While the pandemic interrupted those plans, the duo finally decided to make that dream a reality this year. Beginning on May 7 with the Cleveland Guardians, the two spent 36 days on the road, wrapping up on June 11, when Louise threw out the first pitch in Detroit, where the Tigers faced the Arizona Dia-mondbacks.

“My bottom knows every mile,” chuckled Louise of the trip, which in some cases had them on the road 15 hours a day. “What was most amazing is that we we never had a game get rained out. The sun just kept following us throughout the tour on game days.”

Because of the schedules, they weren’t able to watch live games at five parks but did still pay a visit to the Chicago White Sox, St. Louis Cardinals, Anaheim Angels, Oakland Athletics and Seattle Mariners to view their stadiums.

Along with getting their MLB Passport books stamped at each official team store, the McVickers also used the books to document the stats from each game and pen their fondest memories at each destination.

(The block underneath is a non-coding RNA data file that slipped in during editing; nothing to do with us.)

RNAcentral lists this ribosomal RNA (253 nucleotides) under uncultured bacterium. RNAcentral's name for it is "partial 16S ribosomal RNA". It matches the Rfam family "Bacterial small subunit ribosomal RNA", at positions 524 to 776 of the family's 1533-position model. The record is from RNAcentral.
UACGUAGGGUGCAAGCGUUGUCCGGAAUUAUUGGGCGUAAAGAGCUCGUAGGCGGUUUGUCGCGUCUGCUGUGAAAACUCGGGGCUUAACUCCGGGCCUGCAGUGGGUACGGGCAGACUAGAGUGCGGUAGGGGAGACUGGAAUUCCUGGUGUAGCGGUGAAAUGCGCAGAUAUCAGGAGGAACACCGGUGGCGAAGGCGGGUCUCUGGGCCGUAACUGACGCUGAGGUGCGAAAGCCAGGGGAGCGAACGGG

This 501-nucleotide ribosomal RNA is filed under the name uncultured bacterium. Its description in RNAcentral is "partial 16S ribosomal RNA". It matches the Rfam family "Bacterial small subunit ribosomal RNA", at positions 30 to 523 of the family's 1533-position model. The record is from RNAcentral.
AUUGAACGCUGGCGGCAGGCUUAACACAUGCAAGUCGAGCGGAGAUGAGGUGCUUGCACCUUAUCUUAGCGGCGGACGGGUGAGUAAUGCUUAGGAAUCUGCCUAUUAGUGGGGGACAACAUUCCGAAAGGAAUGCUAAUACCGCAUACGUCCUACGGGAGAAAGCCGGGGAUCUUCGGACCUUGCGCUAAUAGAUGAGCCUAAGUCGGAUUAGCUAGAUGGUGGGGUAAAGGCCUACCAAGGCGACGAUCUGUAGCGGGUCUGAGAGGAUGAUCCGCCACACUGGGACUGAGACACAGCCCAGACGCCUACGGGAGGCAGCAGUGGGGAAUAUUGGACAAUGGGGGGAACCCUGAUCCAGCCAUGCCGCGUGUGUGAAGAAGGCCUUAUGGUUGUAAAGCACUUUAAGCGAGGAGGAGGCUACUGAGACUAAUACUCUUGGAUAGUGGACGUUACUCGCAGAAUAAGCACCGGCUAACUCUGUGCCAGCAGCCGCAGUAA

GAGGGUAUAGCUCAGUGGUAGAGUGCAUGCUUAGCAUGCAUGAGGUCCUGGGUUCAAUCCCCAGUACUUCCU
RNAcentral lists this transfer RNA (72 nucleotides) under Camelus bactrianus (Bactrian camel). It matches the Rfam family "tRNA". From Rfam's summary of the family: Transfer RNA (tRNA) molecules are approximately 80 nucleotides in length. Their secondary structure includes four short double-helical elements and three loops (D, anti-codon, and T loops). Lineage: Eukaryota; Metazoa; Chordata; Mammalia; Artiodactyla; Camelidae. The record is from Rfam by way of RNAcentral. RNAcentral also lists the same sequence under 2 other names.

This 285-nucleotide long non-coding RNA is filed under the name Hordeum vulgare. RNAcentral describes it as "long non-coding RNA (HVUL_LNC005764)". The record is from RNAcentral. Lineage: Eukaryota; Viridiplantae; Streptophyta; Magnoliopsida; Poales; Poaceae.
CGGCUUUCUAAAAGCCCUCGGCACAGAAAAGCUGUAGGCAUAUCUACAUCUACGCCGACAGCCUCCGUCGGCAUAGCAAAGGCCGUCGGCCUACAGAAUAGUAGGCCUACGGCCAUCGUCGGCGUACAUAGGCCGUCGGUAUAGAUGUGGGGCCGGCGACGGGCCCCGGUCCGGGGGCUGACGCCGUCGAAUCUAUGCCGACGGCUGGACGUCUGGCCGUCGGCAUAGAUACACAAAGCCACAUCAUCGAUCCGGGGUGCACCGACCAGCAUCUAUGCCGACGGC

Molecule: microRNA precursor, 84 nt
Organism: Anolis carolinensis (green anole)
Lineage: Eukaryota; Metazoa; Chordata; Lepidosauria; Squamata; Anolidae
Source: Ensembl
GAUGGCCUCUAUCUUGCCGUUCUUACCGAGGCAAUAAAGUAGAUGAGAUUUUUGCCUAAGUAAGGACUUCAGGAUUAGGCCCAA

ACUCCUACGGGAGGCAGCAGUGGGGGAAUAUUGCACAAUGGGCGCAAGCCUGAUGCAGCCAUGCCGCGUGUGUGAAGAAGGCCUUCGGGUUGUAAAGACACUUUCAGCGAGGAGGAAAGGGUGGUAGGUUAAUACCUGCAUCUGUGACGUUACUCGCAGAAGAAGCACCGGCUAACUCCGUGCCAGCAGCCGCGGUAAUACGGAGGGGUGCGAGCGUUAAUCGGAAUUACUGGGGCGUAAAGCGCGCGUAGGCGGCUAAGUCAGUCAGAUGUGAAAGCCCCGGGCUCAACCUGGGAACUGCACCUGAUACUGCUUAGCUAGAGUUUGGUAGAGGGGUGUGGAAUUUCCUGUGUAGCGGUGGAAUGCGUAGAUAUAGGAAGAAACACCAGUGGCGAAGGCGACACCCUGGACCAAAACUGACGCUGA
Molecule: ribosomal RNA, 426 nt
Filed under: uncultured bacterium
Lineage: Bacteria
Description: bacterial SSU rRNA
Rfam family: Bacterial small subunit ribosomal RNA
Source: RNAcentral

The two sampled countless hot dogs, sat both in the upper tiers and behind home plate, tracked every run, hit and error on score cards and took lots of photos for Mitch to share daily on social media.

Louise was impressed seeing bronze statues of players she recalls reading about in the sports pages of her younger days – like Pete Rose and Cal Ripken – while Mitch marveled at the history in Boston’s Fenway Park, where Babe Ruth and Ted Williams once played.

In some parks, Louise was treated like a celebrity, especially in Cleveland, which was Jim’s favorite team. In others, she was among the oldest of the fans seated in the stands.

“It’s women my age who still love baseball,” she said. “Younger women seem to have lost a strong interest in this national pastime.”

Growing up, Louise recalls that every ballpark handed out score cards for fans to keep track of the game. That was before the time of electronic scoreboards that provide every detail.